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Chauncy J. Fox 1862-1902

FOX, COON

Posted By: Merllene Andre Bendixen (email)
Date: 2/21/2011 at 19:55:13

Death of Chauncy Fox
Pulls the C.R.I. & P. Passenger to Sioux Falls Monday Morning and is Brought Back in a Casket
The saddest death we have been called upon to chronicle for some time past is that of Engineer Chauncy E. Fox, who died at Sioux Falls at five o’clock Monday afternoon. When he arose in the morning feeling as well as usual and made his run to Sioux Falls on the C.R.I. & P. day passenger, leaving here at 7:20 a.m., little did he think it would be his last run over the road. He attended strictly to his work at the throttle and did not complain of not feeling well until the train left Shindlar, the first station this side of Sioux Falls. Soon after they left that point he told W. E. Post, who was firing the engine that he was sick. Mr. Post then noticed that he was somewhat pale and stepped over and assisted him in running the engine until they arrived in Sioux Falls. He was then carried from his engine into one of the passenger coaches and a doctor summoned. He talked freely to the boys who were in the car until the doctor arrived. After an examination his ailment was pronounced apoplexy, and upon the advice of the physician an ambulance was sent for to convey him to the hospital. Before it arrived he raised himself up a little and said, “Boys, I am all in.” Those were the last words spoken, as a moment later his muscles seemed contracted and his jaws became set. He was then taken to the hospital and soon after became unconscious and died at five o’clock.

His family at this place was informed and Mrs. Fox and her father, Mr. Coon, departed on the afternoon passenger for Ellsworth and a special run from there over to Sioux Falls to accommodate them, but they did not arrive until after he had passed away. The remains were brought to this city on the through freight Tuesday morning and the funeral will be held Thursday afternoon at the house.

Deceased was forty years of age at the time of his death and had been an employee of the B.C.R.&N. R’y Co. for twenty-two years, having been in the engine service for twenty years and had pulled the Sioux Falls passenger for twelve straight years. He was one of the oldest engineers on this division. He was very popular with the railroad men and was one of the highly respected citizens of this city and will be greatly missed by his family and associates.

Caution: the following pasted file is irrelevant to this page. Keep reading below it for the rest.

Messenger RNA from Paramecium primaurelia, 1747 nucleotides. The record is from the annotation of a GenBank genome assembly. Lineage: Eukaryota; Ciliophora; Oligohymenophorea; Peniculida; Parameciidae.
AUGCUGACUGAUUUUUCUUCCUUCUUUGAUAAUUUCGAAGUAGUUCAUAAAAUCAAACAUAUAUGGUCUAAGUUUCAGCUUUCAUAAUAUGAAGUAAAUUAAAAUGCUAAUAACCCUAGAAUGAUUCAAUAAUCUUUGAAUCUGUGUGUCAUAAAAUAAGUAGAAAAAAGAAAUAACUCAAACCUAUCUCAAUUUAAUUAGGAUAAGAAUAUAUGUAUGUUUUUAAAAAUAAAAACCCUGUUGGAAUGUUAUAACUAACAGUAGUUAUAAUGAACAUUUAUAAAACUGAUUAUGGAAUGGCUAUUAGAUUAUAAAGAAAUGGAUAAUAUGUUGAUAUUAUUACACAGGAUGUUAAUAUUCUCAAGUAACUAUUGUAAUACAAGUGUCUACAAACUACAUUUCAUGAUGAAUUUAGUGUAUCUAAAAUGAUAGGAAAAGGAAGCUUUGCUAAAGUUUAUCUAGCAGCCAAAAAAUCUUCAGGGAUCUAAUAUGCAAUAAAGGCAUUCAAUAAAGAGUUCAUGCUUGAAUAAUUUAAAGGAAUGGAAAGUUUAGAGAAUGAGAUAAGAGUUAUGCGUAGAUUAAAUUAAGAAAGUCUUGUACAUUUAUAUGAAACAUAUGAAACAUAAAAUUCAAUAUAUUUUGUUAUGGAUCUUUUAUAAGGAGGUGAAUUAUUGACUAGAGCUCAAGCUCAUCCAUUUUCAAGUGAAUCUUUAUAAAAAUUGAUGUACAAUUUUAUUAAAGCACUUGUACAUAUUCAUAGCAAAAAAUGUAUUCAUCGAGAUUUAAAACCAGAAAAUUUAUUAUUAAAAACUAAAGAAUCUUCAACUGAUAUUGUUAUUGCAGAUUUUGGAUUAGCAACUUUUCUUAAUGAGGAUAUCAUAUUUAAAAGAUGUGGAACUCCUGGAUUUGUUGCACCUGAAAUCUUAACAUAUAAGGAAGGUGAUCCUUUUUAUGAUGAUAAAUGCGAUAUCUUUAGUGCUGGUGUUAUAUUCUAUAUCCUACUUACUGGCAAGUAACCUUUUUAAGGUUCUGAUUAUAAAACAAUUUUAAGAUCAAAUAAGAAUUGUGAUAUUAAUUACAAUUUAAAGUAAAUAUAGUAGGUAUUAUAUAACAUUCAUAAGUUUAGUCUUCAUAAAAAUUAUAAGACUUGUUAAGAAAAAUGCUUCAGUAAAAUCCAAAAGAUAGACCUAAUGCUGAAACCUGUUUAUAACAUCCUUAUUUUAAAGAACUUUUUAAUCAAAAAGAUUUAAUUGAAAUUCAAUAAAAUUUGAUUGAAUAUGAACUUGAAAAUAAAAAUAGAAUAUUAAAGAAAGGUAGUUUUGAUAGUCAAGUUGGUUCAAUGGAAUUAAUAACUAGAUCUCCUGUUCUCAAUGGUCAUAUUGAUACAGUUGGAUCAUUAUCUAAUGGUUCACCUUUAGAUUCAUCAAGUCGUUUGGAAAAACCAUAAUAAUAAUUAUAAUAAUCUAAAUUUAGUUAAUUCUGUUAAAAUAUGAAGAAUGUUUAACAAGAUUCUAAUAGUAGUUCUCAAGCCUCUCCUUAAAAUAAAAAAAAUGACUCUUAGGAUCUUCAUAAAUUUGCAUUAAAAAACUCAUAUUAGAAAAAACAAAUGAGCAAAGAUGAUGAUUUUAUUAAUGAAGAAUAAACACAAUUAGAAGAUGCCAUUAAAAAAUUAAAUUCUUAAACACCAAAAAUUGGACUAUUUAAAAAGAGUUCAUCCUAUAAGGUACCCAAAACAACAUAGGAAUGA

He was a member of the brotherhood of Locomotive Engineers, in which he carried a $3,000 live insurance policy. The many friends of the bereaved family extend their heartfelt sympathy in their hours of profound sorrow. A wife and two children are left to mourn his sudden demise. (Estherville Democrat, Estherville, IA, October 15, 1902)

Death of Chauncy Fox
Chauncy Fox one of the oldest of the engineers of the Rock Island in this city and one of the best known citizens of Estherville died at Sioux Falls Monday afternoon as the result of a stroke of apoplexy. Mr. Fox was in his usual good spirits in the morning and went out on his run as usual. Nothing was noted as to his health until the run had been nearly completed when he suddenly became faint and when the train arrived in Sioux Falls he was taken to the hospital where he passed away. He was brought back to this city Tuesday.

Chauncy J. Fox was born at Altoona, Pennsylvania in 1862. In 1887 he was united in marriage to Ella Coon. He had been in the employ of the B.C.R. & N. railway for about twenty years and was one of the company’s most trusted employees. He ranked among the oldest residents of the city and was a member of the M.E. church. The funeral will be held from the residence Thursday afternoon. (Emmet County Republican, Estherville, IA, October 16, 1902)

Funeral of Chauncy Fox
The funeral of Engineer Chauncy Fox was held from the Methodist church Thursday afternoon. The day was blessed with ideal autumn weather, and the many friends of the beloved deceased had naught to mar their happiness except the thought of the great loss they had so recently sustained. The hour of service at the church was set at two but soon after one o’clock the church commenced to fill up and before two standing room could not be had. Many waited on the outside till the services were finished that they might have one more opportunity of seeing the face of one they had known so well and thought so much of. Rev. Ginn preached the sermon and the good pastor put his whole soul and spirit into his words and before the services were over there were but few in the church but had cause to wipe away the tears that could not be kept back.

Interment took place in Oak Hill cemetery. Engineers Geo. Godden, P. P. Sullivan, Tom Brand, Joe Carberry, Wm. McArdle and H. A. Dunham acted as pall bearers.

L. A. Fox, a brother of the deceased was here from Wisconsin to attend the funeral. (Estherville Enterprise, Estherville, IA, October 22, 1902)


 

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